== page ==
According to the Columbia Basin Fish and Wildlife Authority website (2004), the Little White Salmon River drains approximately 135 square miles of Skamania and Klickitat counties, Washington, over a distance of approximately 19 miles. Principle tributaries to the Little White Salmon River include Lost (north and south), Beetle, Lusk, Homes, Berry, Cabbage, Moss, and Rock creeks. The geology of the Little White Salmon watershed is dominated by past volcanic activity, with soils being the result of volcanism and glaciation. he basin is oriented northwest to southeast. Elevations range from 80 feet to 5,300 feet, with topography varying from gentle slopes formed by lava flows and volcanic cones to steep rugged landforms. Based on geomorphology the watershed can be split into one area containing tertiary deposits of tuff and pyroclastic flow (Monte Cristo Range) and another containing younger quaternary basalt/andesite flows originating from the Indian Heaven Area. The Big Lava Bed flow covers 16,000 aces of the watershed. The mainstem of the Little White Salmon River drops 3,520 feet in 19 miles for an average gradient of 3.5 percent. Anadromous fish passage is blocked by a series of waterfalls located 2 miles upstream from the rivers confluence with the Bonneville Reservoir.

Image, 2015, Little White Salmon River, Washington, click to enlarge
Click image to enlarge
Common Goldeneye, Little White Salmon River, Washington. Image taken May 9, 2015.


Little White Salmon River, etc.

  • Drano Lake ...
  • Little White Salmon at Drano Lake ...
  • Little White Salmon at its mouth ...
  • Little White Salmon at the Fish Hatchery ...
  • Little White Salmon National Fish Hatchery ...
  • Little White Salmon at Willard ...


Drano Lake ...
The Little White Salmon River drains into Drano Lake. Drano Lake, is backwater created by impoundment of the Columbia River, and enters the Bonneville Reservoir at Columbia River Mile (RM) 162. Slack water from Drano Lake extends some distance up the Little White Salmon River. The lake is a popular fishing spot and hosts a boat ramp. It can be reached from Washington State Highway 14.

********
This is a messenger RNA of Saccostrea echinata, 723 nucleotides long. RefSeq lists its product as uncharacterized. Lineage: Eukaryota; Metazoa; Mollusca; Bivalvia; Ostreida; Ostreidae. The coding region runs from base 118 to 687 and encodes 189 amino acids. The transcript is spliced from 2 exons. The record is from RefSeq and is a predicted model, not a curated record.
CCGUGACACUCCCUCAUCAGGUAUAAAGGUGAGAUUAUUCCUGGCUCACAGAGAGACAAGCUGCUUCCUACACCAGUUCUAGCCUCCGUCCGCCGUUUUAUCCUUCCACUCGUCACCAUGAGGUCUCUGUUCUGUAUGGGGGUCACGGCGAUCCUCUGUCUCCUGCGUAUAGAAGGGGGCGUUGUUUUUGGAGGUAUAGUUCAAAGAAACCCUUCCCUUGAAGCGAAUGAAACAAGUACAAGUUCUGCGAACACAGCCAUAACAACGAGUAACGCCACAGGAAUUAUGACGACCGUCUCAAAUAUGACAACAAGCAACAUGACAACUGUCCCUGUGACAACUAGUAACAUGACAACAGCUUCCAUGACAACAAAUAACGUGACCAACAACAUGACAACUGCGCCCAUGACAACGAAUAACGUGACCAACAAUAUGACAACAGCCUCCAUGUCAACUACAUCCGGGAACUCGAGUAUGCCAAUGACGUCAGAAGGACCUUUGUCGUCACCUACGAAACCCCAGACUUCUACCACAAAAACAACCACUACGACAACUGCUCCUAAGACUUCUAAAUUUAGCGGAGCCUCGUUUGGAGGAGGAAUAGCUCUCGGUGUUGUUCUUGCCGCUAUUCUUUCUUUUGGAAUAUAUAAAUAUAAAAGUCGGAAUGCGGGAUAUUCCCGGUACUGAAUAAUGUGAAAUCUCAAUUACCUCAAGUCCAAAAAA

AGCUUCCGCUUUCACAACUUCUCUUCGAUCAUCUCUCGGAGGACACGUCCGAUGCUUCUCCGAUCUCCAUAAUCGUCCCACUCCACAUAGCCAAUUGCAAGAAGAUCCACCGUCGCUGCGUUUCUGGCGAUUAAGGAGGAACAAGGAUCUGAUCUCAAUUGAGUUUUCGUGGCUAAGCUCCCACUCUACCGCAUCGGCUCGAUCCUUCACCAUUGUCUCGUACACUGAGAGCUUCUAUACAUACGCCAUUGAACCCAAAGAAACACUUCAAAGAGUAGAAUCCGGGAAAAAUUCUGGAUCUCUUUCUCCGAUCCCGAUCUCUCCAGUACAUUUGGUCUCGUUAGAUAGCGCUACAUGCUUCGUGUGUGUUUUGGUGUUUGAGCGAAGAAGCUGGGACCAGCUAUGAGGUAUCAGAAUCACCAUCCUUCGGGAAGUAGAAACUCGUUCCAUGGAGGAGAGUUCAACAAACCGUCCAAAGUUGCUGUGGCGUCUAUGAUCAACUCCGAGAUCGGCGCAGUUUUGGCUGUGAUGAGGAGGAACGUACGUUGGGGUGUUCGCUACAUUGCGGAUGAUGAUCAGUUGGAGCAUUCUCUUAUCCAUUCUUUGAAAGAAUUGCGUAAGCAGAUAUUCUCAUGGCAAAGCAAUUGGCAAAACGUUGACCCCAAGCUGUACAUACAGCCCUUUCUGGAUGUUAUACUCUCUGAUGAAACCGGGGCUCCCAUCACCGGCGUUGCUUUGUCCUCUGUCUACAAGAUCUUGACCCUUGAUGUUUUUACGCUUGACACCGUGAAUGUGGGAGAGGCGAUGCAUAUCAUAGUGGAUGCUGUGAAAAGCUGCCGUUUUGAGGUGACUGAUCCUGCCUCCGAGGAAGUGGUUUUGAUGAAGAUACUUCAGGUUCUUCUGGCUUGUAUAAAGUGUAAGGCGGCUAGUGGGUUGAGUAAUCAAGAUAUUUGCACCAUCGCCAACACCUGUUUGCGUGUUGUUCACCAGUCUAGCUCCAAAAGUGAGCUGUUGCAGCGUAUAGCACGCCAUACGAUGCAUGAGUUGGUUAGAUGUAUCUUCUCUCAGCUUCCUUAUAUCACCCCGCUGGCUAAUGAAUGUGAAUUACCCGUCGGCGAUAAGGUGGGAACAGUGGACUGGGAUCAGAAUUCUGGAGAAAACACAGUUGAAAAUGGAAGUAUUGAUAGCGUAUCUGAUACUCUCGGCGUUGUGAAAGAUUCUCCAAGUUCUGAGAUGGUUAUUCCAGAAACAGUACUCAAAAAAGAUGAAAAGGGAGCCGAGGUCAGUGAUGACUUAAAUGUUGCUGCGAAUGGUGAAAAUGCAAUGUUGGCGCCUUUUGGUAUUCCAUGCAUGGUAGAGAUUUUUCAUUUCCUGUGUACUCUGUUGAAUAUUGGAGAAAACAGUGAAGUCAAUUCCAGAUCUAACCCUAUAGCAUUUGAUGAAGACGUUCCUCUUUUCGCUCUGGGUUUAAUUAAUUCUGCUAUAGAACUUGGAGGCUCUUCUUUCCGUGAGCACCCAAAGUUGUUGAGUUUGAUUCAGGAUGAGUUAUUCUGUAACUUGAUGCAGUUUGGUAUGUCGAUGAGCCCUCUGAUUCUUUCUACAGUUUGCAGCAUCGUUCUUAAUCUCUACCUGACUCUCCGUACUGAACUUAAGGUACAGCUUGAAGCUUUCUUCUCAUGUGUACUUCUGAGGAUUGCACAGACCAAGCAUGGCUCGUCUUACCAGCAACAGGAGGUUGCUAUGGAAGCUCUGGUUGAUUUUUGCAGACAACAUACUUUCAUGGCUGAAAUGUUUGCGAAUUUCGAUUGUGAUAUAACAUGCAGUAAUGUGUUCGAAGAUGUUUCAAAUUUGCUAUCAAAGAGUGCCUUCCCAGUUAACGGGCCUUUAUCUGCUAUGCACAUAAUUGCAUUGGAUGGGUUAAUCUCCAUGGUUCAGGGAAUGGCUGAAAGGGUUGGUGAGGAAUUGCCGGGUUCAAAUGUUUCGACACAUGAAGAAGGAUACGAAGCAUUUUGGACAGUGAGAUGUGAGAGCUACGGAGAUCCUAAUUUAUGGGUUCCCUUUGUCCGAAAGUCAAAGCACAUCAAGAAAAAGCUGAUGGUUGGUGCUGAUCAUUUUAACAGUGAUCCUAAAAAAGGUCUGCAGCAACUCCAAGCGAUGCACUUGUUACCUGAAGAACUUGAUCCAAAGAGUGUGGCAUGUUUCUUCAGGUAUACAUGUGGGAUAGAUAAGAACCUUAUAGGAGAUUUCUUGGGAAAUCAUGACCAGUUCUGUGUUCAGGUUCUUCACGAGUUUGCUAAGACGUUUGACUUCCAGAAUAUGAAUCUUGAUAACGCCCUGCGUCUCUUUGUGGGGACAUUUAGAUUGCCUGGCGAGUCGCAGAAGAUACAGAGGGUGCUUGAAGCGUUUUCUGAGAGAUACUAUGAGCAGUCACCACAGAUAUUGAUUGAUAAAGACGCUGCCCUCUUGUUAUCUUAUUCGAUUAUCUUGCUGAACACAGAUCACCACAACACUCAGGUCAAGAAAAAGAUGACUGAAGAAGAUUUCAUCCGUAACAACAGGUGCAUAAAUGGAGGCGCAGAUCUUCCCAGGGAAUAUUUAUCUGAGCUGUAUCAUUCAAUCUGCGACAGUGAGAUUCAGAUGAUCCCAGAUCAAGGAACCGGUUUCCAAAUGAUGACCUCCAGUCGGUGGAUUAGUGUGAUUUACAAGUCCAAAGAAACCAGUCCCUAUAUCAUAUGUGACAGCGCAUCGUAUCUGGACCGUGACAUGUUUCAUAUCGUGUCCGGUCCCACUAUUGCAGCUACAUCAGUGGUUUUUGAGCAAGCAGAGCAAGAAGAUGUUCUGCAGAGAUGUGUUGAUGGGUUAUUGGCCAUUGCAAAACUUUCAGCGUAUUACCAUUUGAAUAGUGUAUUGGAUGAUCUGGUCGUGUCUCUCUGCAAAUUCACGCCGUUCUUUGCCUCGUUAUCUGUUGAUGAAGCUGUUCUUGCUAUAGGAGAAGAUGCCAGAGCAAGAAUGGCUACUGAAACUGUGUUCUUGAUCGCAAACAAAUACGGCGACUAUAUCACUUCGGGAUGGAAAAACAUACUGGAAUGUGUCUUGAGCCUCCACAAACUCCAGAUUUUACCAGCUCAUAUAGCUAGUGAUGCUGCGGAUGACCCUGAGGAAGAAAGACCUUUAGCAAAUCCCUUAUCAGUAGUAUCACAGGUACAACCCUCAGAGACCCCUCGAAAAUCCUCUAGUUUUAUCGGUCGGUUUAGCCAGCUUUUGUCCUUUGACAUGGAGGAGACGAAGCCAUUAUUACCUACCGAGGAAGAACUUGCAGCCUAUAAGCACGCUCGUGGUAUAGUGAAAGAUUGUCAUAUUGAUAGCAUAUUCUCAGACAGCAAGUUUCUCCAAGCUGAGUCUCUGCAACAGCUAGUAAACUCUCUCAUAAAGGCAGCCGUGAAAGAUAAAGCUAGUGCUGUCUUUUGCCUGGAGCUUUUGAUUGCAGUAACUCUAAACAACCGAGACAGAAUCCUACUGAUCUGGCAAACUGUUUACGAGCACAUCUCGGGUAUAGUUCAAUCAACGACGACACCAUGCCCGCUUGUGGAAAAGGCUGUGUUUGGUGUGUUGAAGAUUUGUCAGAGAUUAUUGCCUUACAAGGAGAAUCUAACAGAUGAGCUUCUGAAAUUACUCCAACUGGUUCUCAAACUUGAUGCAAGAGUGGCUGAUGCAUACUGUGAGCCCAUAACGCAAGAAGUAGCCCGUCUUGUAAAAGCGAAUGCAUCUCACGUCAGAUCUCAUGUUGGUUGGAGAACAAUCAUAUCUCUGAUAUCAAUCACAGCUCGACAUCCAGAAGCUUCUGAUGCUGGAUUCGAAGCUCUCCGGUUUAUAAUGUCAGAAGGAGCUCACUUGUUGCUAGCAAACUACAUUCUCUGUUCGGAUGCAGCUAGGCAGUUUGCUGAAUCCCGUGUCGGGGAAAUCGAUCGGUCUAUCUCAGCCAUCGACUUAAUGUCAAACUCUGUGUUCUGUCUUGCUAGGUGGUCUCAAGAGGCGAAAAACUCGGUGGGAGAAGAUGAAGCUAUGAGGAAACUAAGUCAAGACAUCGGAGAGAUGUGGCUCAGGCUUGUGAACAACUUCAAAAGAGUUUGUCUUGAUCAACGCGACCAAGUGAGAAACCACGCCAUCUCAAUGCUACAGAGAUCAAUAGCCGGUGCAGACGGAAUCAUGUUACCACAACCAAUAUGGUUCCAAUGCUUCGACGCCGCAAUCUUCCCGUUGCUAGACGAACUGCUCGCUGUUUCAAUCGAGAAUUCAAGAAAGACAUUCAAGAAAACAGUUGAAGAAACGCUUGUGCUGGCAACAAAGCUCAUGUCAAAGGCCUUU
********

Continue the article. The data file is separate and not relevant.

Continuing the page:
[More]

Image, 2004, Drano Lake, Washington, click to enlarge
Click image to enlarge
Drano Lake, Washington. View from near the mouth of the Little White Salmon River. Image taken November 4, 2004.


Little White Salmon River at Drano Lake ...

Image, 2003, Mouth of the Little White Salmon River and Drano Lake, Washington, click to enlarge
Click image to enlarge
Looking across Drano Lake towards the mouth of the Little White Salmon River. The area of the mouth of the Little White Salmon River is behind the "island", as seen from the Drano Lake boat ramp area. Image taken October 25, 2003.


Little White Salmon at its mouth ...

Image, 2004, Mouth of the Little White Salmon River, at fish hatchery click to enlarge
Click image to enlarge
Mouth of the Little White Salmon River, Washington, at fish hatchery. Image taken November 4, 2004.
Image, 2004, Mouth of the Little White Salmon River, at fish hatchery click to enlarge
Click image to enlarge
Mouth of the Little White Salmon River, Washington. Image taken November 4, 2004.